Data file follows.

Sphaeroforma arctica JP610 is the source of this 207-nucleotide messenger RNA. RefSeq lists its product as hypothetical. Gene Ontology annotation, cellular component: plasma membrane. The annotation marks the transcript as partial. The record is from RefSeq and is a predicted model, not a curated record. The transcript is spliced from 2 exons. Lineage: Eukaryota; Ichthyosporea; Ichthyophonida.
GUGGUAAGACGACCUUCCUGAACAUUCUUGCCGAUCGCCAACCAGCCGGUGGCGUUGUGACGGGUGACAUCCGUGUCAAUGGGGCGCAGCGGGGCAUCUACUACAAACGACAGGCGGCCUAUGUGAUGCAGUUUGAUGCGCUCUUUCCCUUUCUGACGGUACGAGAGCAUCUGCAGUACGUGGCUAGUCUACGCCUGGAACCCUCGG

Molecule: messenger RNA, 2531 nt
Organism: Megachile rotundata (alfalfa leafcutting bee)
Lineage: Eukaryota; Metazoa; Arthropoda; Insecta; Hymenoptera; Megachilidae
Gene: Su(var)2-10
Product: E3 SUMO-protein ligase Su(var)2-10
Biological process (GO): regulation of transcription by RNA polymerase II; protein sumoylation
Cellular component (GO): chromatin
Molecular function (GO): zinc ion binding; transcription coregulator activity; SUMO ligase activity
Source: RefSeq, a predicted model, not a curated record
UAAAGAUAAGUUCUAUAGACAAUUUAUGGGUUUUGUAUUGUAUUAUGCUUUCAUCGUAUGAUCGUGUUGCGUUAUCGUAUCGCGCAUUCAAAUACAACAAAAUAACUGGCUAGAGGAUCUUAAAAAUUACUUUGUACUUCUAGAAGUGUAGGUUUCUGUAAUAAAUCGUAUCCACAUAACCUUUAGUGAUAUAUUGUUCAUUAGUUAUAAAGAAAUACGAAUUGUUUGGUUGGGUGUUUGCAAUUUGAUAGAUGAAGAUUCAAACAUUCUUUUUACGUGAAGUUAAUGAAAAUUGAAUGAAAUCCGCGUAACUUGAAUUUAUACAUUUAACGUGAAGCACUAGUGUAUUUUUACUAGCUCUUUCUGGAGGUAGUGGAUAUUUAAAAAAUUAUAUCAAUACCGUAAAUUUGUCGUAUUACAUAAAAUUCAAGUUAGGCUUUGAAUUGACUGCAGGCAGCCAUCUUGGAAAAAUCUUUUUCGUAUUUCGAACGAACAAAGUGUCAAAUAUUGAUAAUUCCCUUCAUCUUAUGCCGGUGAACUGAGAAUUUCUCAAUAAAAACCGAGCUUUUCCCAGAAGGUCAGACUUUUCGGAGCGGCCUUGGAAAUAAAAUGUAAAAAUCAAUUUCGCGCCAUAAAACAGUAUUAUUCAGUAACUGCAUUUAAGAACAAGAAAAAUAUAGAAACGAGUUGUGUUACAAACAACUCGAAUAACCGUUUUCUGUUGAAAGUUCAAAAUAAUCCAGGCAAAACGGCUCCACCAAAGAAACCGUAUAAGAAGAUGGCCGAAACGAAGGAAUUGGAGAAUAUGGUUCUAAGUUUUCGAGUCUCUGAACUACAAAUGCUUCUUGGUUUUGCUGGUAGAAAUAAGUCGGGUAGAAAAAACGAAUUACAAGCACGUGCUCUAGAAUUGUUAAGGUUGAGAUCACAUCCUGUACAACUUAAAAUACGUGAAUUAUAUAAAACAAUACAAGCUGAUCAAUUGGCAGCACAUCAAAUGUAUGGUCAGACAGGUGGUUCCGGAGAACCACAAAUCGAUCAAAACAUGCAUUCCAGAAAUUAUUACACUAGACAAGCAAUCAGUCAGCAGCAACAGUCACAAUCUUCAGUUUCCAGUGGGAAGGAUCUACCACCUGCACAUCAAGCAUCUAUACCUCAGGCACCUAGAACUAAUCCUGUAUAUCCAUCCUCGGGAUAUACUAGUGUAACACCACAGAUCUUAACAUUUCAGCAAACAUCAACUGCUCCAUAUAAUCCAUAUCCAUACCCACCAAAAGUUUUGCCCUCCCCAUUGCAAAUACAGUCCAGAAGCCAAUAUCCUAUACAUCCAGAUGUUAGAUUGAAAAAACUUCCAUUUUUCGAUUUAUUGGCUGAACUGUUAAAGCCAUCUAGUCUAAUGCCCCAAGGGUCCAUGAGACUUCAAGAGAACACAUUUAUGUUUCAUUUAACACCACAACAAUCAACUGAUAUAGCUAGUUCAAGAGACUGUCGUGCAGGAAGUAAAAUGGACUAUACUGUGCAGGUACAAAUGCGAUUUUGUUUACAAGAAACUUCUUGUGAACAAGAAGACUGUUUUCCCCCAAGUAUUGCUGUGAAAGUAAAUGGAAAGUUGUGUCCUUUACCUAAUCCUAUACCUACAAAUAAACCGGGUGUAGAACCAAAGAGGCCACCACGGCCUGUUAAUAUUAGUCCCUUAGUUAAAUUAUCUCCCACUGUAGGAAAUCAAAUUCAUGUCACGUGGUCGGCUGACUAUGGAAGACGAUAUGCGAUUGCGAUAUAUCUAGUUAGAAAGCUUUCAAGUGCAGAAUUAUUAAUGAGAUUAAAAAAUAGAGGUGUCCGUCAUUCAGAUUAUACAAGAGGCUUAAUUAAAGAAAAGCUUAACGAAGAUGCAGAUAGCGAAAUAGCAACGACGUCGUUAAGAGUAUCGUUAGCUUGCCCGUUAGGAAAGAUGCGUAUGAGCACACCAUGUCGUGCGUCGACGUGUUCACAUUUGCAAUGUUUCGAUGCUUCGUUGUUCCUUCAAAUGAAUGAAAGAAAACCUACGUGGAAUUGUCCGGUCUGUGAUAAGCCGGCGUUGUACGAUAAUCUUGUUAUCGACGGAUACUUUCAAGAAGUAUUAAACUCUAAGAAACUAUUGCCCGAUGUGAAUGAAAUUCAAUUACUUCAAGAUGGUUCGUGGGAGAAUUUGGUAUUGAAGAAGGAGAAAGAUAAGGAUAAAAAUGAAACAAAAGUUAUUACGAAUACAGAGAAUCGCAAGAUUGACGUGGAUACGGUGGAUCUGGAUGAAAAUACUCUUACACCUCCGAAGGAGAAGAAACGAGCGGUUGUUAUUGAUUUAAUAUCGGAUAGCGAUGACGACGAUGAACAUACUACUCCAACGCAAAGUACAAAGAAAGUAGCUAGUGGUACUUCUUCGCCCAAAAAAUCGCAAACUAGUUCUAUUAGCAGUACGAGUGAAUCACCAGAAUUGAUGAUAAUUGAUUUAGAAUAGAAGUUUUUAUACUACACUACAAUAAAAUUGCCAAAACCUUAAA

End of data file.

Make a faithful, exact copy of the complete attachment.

Sphaeroforma arctica JP610 is the source of this 207-nucleotide messenger RNA. RefSeq lists its product as hypothetical. Gene Ontology annotation, cellular component: plasma membrane. The annotation marks the transcript as partial. The record is from RefSeq and is a predicted model, not a curated record. The transcript is spliced from 2 exons. Lineage: Eukaryota; Ichthyosporea; Ichthyophonida.
GUGGUAAGACGACCUUCCUGAACAUUCUUGCCGAUCGCCAACCAGCCGGUGGCGUUGUGACGGGUGACAUCCGUGUCAAUGGGGCGCAGCGGGGCAUCUACUACAAACGACAGGCGGCCUAUGUGAUGCAGUUUGAUGCGCUCUUUCCCUUUCUGACGGUACGAGAGCAUCUGCAGUACGUGGCUAGUCUACGCCUGGAACCCUCGG

Molecule: messenger RNA, 2531 nt
Organism: Megachile rotundata (alfalfa leafcutting bee)
Lineage: Eukaryota; Metazoa; Arthropoda; Insecta; Hymenoptera; Megachilidae
Gene: Su(var)2-10
Product: E3 SUMO-protein ligase Su(var)2-10
Biological process (GO): regulation of transcription by RNA polymerase II; protein sumoylation
Cellular component (GO): chromatin
Molecular function (GO): zinc ion binding; transcription coregulator activity; SUMO ligase activity
Source: RefSeq, a predicted model, not a curated record
UAAAGAUAAGUUCUAUAGACAAUUUAUGGGUUUUGUAUUGUAUUAUGCUUUCAUCGUAUGAUCGUGUUGCGUUAUCGUAUCGCGCAUUCAAAUACAACAAAAUAACUGGCUAGAGGAUCUUAAAAAUUACUUUGUACUUCUAGAAGUGUAGGUUUCUGUAAUAAAUCGUAUCCACAUAACCUUUAGUGAUAUAUUGUUCAUUAGUUAUAAAGAAAUACGAAUUGUUUGGUUGGGUGUUUGCAAUUUGAUAGAUGAAGAUUCAAACAUUCUUUUUACGUGAAGUUAAUGAAAAUUGAAUGAAAUCCGCGUAACUUGAAUUUAUACAUUUAACGUGAAGCACUAGUGUAUUUUUACUAGCUCUUUCUGGAGGUAGUGGAUAUUUAAAAAAUUAUAUCAAUACCGUAAAUUUGUCGUAUUACAUAAAAUUCAAGUUAGGCUUUGAAUUGACUGCAGGCAGCCAUCUUGGAAAAAUCUUUUUCGUAUUUCGAACGAACAAAGUGUCAAAUAUUGAUAAUUCCCUUCAUCUUAUGCCGGUGAACUGAGAAUUUCUCAAUAAAAACCGAGCUUUUCCCAGAAGGUCAGACUUUUCGGAGCGGCCUUGGAAAUAAAAUGUAAAAAUCAAUUUCGCGCCAUAAAACAGUAUUAUUCAGUAACUGCAUUUAAGAACAAGAAAAAUAUAGAAACGAGUUGUGUUACAAACAACUCGAAUAACCGUUUUCUGUUGAAAGUUCAAAAUAAUCCAGGCAAAACGGCUCCACCAAAGAAACCGUAUAAGAAGAUGGCCGAAACGAAGGAAUUGGAGAAUAUGGUUCUAAGUUUUCGAGUCUCUGAACUACAAAUGCUUCUUGGUUUUGCUGGUAGAAAUAAGUCGGGUAGAAAAAACGAAUUACAAGCACGUGCUCUAGAAUUGUUAAGGUUGAGAUCACAUCCUGUACAACUUAAAAUACGUGAAUUAUAUAAAACAAUACAAGCUGAUCAAUUGGCAGCACAUCAAAUGUAUGGUCAGACAGGUGGUUCCGGAGAACCACAAAUCGAUCAAAACAUGCAUUCCAGAAAUUAUUACACUAGACAAGCAAUCAGUCAGCAGCAACAGUCACAAUCUUCAGUUUCCAGUGGGAAGGAUCUACCACCUGCACAUCAAGCAUCUAUACCUCAGGCACCUAGAACUAAUCCUGUAUAUCCAUCCUCGGGAUAUACUAGUGUAACACCACAGAUCUUAACAUUUCAGCAAACAUCAACUGCUCCAUAUAAUCCAUAUCCAUACCCACCAAAAGUUUUGCCCUCCCCAUUGCAAAUACAGUCCAGAAGCCAAUAUCCUAUACAUCCAGAUGUUAGAUUGAAAAAACUUCCAUUUUUCGAUUUAUUGGCUGAACUGUUAAAGCCAUCUAGUCUAAUGCCCCAAGGGUCCAUGAGACUUCAAGAGAACACAUUUAUGUUUCAUUUAACACCACAACAAUCAACUGAUAUAGCUAGUUCAAGAGACUGUCGUGCAGGAAGUAAAAUGGACUAUACUGUGCAGGUACAAAUGCGAUUUUGUUUACAAGAAACUUCUUGUGAACAAGAAGACUGUUUUCCCCCAAGUAUUGCUGUGAAAGUAAAUGGAAAGUUGUGUCCUUUACCUAAUCCUAUACCUACAAAUAAACCGGGUGUAGAACCAAAGAGGCCACCACGGCCUGUUAAUAUUAGUCCCUUAGUUAAAUUAUCUCCCACUGUAGGAAAUCAAAUUCAUGUCACGUGGUCGGCUGACUAUGGAAGACGAUAUGCGAUUGCGAUAUAUCUAGUUAGAAAGCUUUCAAGUGCAGAAUUAUUAAUGAGAUUAAAAAAUAGAGGUGUCCGUCAUUCAGAUUAUACAAGAGGCUUAAUUAAAGAAAAGCUUAACGAAGAUGCAGAUAGCGAAAUAGCAACGACGUCGUUAAGAGUAUCGUUAGCUUGCCCGUUAGGAAAGAUGCGUAUGAGCACACCAUGUCGUGCGUCGACGUGUUCACAUUUGCAAUGUUUCGAUGCUUCGUUGUUCCUUCAAAUGAAUGAAAGAAAACCUACGUGGAAUUGUCCGGUCUGUGAUAAGCCGGCGUUGUACGAUAAUCUUGUUAUCGACGGAUACUUUCAAGAAGUAUUAAACUCUAAGAAACUAUUGCCCGAUGUGAAUGAAAUUCAAUUACUUCAAGAUGGUUCGUGGGAGAAUUUGGUAUUGAAGAAGGAGAAAGAUAAGGAUAAAAAUGAAACAAAAGUUAUUACGAAUACAGAGAAUCGCAAGAUUGACGUGGAUACGGUGGAUCUGGAUGAAAAUACUCUUACACCUCCGAAGGAGAAGAAACGAGCGGUUGUUAUUGAUUUAAUAUCGGAUAGCGAUGACGACGAUGAACAUACUACUCCAACGCAAAGUACAAAGAAAGUAGCUAGUGGUACUUCUUCGCCCAAAAAAUCGCAAACUAGUUCUAUUAGCAGUACGAGUGAAUCACCAGAAUUGAUGAUAAUUGAUUUAGAAUAGAAGUUUUUAUACUACACUACAAUAAAAUUGCCAAAACCUUAAA